The first was by ‘Current Use of Medication’. At age fourteen, “21 (16.0%) were using medication… and had used it consistently since being diagnosed with ADHD; 40 (30.5%) were using medication.. but had not consistently used it in the past; 41 (31.3%) had used medication in the past be were not using it at age 14, and; 29 (22.1%) had not reported using stimulant medication.”[14]

The second was by ‘Ever Use of Medication’. Of the 131 children, “21 (16.0%) reported the use of stimulant medication at all three follow-up points (8, 10, 14 years), 42 (32.1%) at two follow-up points, and 39 (29.8%) at one of the follow-up points. 29 (22.1%) reported no use of stimulant medication at any of the follow-up points.”[15]

These two measures gave the capacity to analyse the differences attributable to differences resulting from 1- residual effects of medication, 2- current effects of medication, 3- effects of extended duration of medication.

[1] Government of Western Australia, Department of Health, Raine ADHD Study: Long-term outcomes associated with stimulant medication in the treatment of ADHD in children, Department of Health, Perth, 2010.
[3] ibid., p. 6.

[4] ibid., p. 5

[5] ibid., p. 30

; The short term studies referred to in the Raine Study are Howard B. Abikoff, et al., ‘Methylphenidate effects on Functional Outcomes in the Preschoolers with Attention-Deficit/Hyperactivity Disorder Treatment Study (PATS)’, Journal of Child and Adolescent Psychopharmacology, 17(5), 2007, pp. 581–92; C. L. Carlson & M. R. Bunner, ‘Effects of Methylphenidate on the Academic Performance of Children with Attention-Deficit Hyperactivity Disorder and Learning Disabilities’, School Psychology Review, 22(2), 1993, pp. 184–98; Irene M. Loe & Heidi M. Feldman, ‘Academic and educational outcomes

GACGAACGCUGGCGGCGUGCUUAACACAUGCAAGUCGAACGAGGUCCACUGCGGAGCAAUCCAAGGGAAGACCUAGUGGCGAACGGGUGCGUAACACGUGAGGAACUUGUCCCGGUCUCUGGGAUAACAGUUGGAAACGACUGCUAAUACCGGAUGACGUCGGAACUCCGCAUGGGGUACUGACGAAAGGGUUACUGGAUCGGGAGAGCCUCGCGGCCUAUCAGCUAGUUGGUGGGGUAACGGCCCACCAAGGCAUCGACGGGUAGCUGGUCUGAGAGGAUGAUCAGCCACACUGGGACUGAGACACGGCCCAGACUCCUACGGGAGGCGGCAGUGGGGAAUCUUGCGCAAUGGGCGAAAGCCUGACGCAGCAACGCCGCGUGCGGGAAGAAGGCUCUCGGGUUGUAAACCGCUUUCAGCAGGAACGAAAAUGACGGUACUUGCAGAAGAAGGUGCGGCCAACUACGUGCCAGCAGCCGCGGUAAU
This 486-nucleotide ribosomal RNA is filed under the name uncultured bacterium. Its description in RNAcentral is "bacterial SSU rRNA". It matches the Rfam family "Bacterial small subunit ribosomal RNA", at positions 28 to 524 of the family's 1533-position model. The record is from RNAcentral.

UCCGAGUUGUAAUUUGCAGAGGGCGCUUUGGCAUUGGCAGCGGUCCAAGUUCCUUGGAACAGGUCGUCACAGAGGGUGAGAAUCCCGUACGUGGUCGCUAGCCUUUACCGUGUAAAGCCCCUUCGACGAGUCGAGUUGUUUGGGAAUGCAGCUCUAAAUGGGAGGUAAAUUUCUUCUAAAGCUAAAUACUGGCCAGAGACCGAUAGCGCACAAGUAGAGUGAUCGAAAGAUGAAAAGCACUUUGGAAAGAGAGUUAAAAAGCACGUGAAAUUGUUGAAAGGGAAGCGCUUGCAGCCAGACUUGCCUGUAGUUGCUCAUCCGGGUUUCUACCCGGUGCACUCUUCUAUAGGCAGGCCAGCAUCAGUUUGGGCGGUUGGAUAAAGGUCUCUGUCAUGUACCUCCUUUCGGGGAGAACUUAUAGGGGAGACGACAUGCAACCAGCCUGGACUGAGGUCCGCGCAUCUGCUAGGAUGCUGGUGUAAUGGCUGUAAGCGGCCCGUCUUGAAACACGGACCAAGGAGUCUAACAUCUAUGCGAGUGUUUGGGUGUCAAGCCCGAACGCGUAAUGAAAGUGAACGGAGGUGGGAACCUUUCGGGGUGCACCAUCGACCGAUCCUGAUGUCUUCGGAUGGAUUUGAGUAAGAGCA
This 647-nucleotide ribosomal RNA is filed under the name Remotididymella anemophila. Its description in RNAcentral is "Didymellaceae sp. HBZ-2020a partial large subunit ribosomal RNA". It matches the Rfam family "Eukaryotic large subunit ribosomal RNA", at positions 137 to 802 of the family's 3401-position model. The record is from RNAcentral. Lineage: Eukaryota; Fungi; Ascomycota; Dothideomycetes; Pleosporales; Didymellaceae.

of children with ADHD’, Journal of Pediatric Psychology, 32(6), 2007, pp. 643–54.

[6] Interview with Professor Ian Hickie on ABC PM program with Mark Colvin, ‘New Research Reignites Debate over ADHD’, 17 February 2002. Available at (accessed 15 March 2010).

[7] Professor Ian Hickie received the following grants totalling $411,000 from pharmaceutical companies: $10,000 from Roche Pharmaceuticals (1992); $30,000 from Bristol-Myers Squibb (1997); $40,000 from Bristol-Myers Squibb (1998–1999); $250,000 from Pfizer Australia (2009); $81,000 from Pfizer Australia (n.d.). Cited in Ian Hickie, Curriculum Vitae, last updated 23 August 2009.

[8] Government of Western Australia, Department of Health, Study raises questions about long-term effect of ADHD medication, Media Release, 17 February 2010.

[9]  Draft: Long-term outcomes associated with stimulant medication in the treatment of ADHD in children, Perth, Telethon Institute for Child Health Research (January 2010): p14

[10] Education and Health Standing Committee: Annual Report 2003-2004, Legislative Assembly, Parliament of Western Australia, Perth, October 2004 recommendation 2, page 42